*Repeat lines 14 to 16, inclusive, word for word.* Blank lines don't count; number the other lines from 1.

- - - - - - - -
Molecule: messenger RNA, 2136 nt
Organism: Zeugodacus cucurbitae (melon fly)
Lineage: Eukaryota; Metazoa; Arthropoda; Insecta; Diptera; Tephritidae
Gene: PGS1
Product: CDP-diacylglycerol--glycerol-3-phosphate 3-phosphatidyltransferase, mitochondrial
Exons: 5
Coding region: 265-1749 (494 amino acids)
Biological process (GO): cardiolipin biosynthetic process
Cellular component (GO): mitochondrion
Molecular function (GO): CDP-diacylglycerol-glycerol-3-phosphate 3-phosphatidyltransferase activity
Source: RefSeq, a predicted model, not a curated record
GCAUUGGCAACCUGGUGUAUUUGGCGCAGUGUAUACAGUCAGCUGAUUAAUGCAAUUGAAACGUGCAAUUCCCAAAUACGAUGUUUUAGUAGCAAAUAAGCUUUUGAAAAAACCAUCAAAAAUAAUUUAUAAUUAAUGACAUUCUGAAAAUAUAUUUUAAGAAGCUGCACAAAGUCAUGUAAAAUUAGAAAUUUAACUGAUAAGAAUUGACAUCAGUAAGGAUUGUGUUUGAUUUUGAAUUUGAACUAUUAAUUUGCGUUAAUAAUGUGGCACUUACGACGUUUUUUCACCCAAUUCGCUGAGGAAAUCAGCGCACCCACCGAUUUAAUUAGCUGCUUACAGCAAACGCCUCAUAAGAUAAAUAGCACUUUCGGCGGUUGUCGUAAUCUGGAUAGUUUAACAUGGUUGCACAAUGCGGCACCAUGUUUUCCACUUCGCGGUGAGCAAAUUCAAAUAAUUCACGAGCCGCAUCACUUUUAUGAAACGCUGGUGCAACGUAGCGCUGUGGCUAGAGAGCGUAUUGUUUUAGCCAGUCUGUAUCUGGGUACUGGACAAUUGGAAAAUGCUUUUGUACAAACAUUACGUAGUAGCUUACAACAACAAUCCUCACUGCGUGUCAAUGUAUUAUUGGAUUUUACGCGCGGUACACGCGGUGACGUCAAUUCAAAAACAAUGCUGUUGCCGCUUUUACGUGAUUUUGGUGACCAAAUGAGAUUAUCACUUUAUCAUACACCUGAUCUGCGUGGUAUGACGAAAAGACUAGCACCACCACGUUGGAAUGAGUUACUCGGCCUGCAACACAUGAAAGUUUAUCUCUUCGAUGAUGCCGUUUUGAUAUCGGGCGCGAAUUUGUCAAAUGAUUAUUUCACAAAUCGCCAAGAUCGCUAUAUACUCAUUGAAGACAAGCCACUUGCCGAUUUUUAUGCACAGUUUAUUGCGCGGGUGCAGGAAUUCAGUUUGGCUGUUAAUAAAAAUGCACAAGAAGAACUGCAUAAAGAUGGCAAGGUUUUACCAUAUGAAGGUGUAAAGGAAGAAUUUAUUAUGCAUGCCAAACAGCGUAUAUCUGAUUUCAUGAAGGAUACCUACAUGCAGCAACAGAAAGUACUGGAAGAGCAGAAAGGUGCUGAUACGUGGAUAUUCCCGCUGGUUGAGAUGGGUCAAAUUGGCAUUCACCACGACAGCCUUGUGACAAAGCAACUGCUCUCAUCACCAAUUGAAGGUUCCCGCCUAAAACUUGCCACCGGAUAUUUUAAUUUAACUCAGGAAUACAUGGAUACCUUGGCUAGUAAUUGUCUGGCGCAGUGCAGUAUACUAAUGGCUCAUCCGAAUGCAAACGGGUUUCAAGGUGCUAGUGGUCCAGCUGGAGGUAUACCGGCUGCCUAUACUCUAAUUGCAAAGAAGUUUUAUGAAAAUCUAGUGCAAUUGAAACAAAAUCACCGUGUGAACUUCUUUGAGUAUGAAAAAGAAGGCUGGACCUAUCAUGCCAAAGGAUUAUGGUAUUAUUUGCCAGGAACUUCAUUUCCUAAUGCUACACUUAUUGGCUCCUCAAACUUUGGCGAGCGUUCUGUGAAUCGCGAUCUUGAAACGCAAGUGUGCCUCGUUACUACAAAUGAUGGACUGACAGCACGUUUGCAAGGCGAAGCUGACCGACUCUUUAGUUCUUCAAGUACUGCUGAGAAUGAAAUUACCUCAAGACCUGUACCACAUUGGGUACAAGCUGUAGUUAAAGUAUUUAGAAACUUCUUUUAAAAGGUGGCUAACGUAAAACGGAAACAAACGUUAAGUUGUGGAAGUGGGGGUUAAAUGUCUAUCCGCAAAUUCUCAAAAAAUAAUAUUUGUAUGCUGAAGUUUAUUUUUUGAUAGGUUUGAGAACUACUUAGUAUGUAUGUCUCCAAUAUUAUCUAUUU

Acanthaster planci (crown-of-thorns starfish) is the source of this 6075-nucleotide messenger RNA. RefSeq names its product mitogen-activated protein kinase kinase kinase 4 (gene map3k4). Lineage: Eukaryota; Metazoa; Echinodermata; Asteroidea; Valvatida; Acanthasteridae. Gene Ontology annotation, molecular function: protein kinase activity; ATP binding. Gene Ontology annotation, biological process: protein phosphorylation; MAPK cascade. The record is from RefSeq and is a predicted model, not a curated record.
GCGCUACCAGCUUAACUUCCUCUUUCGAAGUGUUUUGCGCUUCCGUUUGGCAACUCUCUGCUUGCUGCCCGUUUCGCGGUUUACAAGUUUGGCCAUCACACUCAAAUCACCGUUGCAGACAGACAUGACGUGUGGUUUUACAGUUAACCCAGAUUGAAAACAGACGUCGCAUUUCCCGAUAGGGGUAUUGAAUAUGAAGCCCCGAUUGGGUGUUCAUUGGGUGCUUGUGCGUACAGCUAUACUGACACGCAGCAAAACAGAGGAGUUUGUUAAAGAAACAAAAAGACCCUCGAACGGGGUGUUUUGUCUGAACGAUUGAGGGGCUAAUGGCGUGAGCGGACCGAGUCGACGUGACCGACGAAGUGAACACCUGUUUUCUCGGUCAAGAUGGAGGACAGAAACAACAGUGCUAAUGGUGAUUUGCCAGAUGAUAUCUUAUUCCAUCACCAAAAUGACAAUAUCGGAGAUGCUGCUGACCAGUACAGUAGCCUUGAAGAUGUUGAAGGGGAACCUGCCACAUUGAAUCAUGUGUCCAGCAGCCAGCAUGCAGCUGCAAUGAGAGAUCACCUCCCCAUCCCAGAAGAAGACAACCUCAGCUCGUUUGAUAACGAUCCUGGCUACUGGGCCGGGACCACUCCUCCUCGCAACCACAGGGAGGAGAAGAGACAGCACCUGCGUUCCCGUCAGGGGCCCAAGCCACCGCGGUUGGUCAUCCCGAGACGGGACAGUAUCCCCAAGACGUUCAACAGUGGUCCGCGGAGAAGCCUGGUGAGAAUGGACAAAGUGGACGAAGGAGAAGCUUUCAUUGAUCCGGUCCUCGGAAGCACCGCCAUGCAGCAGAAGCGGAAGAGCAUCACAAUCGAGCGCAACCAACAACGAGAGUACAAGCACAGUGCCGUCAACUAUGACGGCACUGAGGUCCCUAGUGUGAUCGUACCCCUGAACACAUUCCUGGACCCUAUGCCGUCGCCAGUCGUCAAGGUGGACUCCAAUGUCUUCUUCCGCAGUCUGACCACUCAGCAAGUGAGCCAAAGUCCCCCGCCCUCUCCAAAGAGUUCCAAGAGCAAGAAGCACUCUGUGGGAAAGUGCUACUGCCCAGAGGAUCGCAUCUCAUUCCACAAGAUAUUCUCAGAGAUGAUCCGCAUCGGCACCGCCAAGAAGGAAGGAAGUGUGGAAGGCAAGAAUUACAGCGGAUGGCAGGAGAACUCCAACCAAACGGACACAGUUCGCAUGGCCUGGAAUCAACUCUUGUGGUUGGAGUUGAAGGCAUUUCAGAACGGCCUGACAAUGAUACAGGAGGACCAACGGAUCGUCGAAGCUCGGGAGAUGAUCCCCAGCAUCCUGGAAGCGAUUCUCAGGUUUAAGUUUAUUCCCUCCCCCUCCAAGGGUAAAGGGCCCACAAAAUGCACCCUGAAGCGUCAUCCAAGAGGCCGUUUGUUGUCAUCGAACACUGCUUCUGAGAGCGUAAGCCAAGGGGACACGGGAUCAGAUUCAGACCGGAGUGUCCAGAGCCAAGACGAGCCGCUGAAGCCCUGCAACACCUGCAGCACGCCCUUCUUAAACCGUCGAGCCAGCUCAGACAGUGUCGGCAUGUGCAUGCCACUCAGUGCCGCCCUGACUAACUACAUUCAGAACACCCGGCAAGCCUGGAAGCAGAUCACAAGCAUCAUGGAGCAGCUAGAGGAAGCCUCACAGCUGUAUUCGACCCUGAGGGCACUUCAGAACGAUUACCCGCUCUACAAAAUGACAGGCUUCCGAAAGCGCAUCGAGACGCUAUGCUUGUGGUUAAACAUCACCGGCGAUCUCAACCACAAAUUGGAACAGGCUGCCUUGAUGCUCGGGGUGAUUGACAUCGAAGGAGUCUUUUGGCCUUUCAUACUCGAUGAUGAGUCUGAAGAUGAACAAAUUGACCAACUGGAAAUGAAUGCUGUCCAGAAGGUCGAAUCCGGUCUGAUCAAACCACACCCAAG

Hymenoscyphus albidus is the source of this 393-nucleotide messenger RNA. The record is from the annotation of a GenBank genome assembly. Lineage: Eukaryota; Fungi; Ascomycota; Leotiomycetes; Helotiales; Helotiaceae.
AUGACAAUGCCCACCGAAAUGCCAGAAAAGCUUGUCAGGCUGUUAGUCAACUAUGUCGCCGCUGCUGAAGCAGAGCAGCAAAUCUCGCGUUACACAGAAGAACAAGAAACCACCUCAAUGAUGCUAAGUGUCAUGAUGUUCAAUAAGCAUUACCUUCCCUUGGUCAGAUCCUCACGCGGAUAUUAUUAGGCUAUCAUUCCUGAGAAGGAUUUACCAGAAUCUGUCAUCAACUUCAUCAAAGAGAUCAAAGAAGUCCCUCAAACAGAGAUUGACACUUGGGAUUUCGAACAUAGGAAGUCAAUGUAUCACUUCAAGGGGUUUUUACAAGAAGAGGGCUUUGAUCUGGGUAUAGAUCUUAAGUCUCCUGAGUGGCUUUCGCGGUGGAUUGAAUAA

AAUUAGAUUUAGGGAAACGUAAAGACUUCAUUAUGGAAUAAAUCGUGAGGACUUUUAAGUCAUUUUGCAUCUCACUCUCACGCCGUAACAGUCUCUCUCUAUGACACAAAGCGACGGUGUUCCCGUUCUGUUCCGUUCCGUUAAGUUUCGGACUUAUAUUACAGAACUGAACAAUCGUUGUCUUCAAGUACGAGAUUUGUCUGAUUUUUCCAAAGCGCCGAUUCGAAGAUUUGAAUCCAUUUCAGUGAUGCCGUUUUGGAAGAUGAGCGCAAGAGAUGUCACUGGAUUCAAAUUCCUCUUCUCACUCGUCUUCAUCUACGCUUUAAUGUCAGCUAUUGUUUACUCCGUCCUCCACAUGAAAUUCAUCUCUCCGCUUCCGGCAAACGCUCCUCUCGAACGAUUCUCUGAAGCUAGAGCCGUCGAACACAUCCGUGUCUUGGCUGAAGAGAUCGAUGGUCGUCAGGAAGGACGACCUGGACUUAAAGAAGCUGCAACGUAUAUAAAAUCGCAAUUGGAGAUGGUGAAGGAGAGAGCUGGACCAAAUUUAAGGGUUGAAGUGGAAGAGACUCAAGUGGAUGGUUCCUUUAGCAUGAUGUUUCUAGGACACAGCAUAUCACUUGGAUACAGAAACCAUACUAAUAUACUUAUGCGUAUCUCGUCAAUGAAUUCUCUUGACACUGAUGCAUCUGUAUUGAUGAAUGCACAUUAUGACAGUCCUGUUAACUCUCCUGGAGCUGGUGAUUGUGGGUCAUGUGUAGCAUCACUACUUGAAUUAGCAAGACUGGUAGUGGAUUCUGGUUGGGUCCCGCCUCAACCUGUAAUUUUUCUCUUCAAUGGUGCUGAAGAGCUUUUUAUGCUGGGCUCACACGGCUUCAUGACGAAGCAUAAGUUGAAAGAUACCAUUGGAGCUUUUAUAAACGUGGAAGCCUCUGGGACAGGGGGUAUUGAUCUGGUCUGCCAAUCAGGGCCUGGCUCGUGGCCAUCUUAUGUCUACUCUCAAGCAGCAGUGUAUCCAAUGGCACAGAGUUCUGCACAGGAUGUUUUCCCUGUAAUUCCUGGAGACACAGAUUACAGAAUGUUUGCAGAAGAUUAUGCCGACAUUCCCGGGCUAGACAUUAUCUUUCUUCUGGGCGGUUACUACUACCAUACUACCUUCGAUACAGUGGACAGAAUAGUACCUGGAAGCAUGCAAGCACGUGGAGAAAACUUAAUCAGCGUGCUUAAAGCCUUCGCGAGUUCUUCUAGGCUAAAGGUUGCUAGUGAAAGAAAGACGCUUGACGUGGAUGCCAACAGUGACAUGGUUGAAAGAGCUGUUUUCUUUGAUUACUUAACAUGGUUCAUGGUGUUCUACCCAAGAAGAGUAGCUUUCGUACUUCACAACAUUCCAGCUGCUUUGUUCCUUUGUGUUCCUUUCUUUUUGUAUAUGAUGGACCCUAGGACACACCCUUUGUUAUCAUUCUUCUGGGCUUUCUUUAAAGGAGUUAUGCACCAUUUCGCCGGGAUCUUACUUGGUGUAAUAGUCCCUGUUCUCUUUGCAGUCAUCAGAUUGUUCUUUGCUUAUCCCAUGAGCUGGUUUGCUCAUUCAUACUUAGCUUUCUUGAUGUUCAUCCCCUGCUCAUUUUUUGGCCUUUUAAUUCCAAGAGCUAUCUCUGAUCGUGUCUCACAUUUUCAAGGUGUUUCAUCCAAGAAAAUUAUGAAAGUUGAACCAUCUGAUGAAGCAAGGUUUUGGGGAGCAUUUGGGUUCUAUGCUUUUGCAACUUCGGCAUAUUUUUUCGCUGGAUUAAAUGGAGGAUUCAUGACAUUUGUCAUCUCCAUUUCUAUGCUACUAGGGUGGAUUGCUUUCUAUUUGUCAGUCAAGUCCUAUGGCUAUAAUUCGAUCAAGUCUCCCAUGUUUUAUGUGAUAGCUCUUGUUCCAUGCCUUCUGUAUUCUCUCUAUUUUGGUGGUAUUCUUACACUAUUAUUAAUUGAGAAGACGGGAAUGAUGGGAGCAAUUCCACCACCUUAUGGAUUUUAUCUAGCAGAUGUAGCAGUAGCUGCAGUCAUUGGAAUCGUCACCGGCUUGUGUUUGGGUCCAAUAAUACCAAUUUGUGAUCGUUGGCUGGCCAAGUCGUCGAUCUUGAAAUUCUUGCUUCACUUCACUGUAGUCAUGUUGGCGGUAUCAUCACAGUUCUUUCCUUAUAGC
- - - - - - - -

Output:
GCGCUACCAGCUUAACUUCCUCUUUCGAAGUGUUUUGCGCUUCCGUUUGGCAACUCUCUGCUUGCUGCCCGUUUCGCGGUUUACAAGUUUGGCCAUCACACUCAAAUCACCGUUGCAGACAGACAUGACGUGUGGUUUUACAGUUAACCCAGAUUGAAAACAGACGUCGCAUUUCCCGAUAGGGGUAUUGAAUAUGAAGCCCCGAUUGGGUGUUCAUUGGGUGCUUGUGCGUACAGCUAUACUGACACGCAGCAAAACAGAGGAGUUUGUUAAAGAAACAAAAAGACCCUCGAACGGGGUGUUUUGUCUGAACGAUUGAGGGGCUAAUGGCGUGAGCGGACCGAGUCGACGUGACCGACGAAGUGAACACCUGUUUUCUCGGUCAAGAUGGAGGACAGAAACAACAGUGCUAAUGGUGAUUUGCCAGAUGAUAUCUUAUUCCAUCACCAAAAUGACAAUAUCGGAGAUGCUGCUGACCAGUACAGUAGCCUUGAAGAUGUUGAAGGGGAACCUGCCACAUUGAAUCAUGUGUCCAGCAGCCAGCAUGCAGCUGCAAUGAGAGAUCACCUCCCCAUCCCAGAAGAAGACAACCUCAGCUCGUUUGAUAACGAUCCUGGCUACUGGGCCGGGACCACUCCUCCUCGCAACCACAGGGAGGAGAAGAGACAGCACCUGCGUUCCCGUCAGGGGCCCAAGCCACCGCGGUUGGUCAUCCCGAGACGGGACAGUAUCCCCAAGACGUUCAACAGUGGUCCGCGGAGAAGCCUGGUGAGAAUGGACAAAGUGGACGAAGGAGAAGCUUUCAUUGAUCCGGUCCUCGGAAGCACCGCCAUGCAGCAGAAGCGGAAGAGCAUCACAAUCGAGCGCAACCAACAACGAGAGUACAAGCACAGUGCCGUCAACUAUGACGGCACUGAGGUCCCUAGUGUGAUCGUACCCCUGAACACAUUCCUGGACCCUAUGCCGUCGCCAGUCGUCAAGGUGGACUCCAAUGUCUUCUUCCGCAGUCUGACCACUCAGCAAGUGAGCCAAAGUCCCCCGCCCUCUCCAAAGAGUUCCAAGAGCAAGAAGCACUCUGUGGGAAAGUGCUACUGCCCAGAGGAUCGCAUCUCAUUCCACAAGAUAUUCUCAGAGAUGAUCCGCAUCGGCACCGCCAAGAAGGAAGGAAGUGUGGAAGGCAAGAAUUACAGCGGAUGGCAGGAGAACUCCAACCAAACGGACACAGUUCGCAUGGCCUGGAAUCAACUCUUGUGGUUGGAGUUGAAGGCAUUUCAGAACGGCCUGACAAUGAUACAGGAGGACCAACGGAUCGUCGAAGCUCGGGAGAUGAUCCCCAGCAUCCUGGAAGCGAUUCUCAGGUUUAAGUUUAUUCCCUCCCCCUCCAAGGGUAAAGGGCCCACAAAAUGCACCCUGAAGCGUCAUCCAAGAGGCCGUUUGUUGUCAUCGAACACUGCUUCUGAGAGCGUAAGCCAAGGGGACACGGGAUCAGAUUCAGACCGGAGUGUCCAGAGCCAAGACGAGCCGCUGAAGCCCUGCAACACCUGCAGCACGCCCUUCUUAAACCGUCGAGCCAGCUCAGACAGUGUCGGCAUGUGCAUGCCACUCAGUGCCGCCCUGACUAACUACAUUCAGAACACCCGGCAAGCCUGGAAGCAGAUCACAAGCAUCAUGGAGCAGCUAGAGGAAGCCUCACAGCUGUAUUCGACCCUGAGGGCACUUCAGAACGAUUACCCGCUCUACAAAAUGACAGGCUUCCGAAAGCGCAUCGAGACGCUAUGCUUGUGGUUAAACAUCACCGGCGAUCUCAACCACAAAUUGGAACAGGCUGCCUUGAUGCUCGGGGUGAUUGACAUCGAAGGAGUCUUUUGGCCUUUCAUACUCGAUGAUGAGUCUGAAGAUGAACAAAUUGACCAACUGGAAAUGAAUGCUGUCCAGAAGGUCGAAUCCGGUCUGAUCAAACCACACCCAAG

Hymenoscyphus albidus is the source of this 393-nucleotide messenger RNA. The record is from the annotation of a GenBank genome assembly. Lineage: Eukaryota; Fungi; Ascomycota; Leotiomycetes; Helotiales; Helotiaceae.
AUGACAAUGCCCACCGAAAUGCCAGAAAAGCUUGUCAGGCUGUUAGUCAACUAUGUCGCCGCUGCUGAAGCAGAGCAGCAAAUCUCGCGUUACACAGAAGAACAAGAAACCACCUCAAUGAUGCUAAGUGUCAUGAUGUUCAAUAAGCAUUACCUUCCCUUGGUCAGAUCCUCACGCGGAUAUUAUUAGGCUAUCAUUCCUGAGAAGGAUUUACCAGAAUCUGUCAUCAACUUCAUCAAAGAGAUCAAAGAAGUCCCUCAAACAGAGAUUGACACUUGGGAUUUCGAACAUAGGAAGUCAAUGUAUCACUUCAAGGGGUUUUUACAAGAAGAGGGCUUUGAUCUGGGUAUAGAUCUUAAGUCUCCUGAGUGGCUUUCGCGGUGGAUUGAAUAA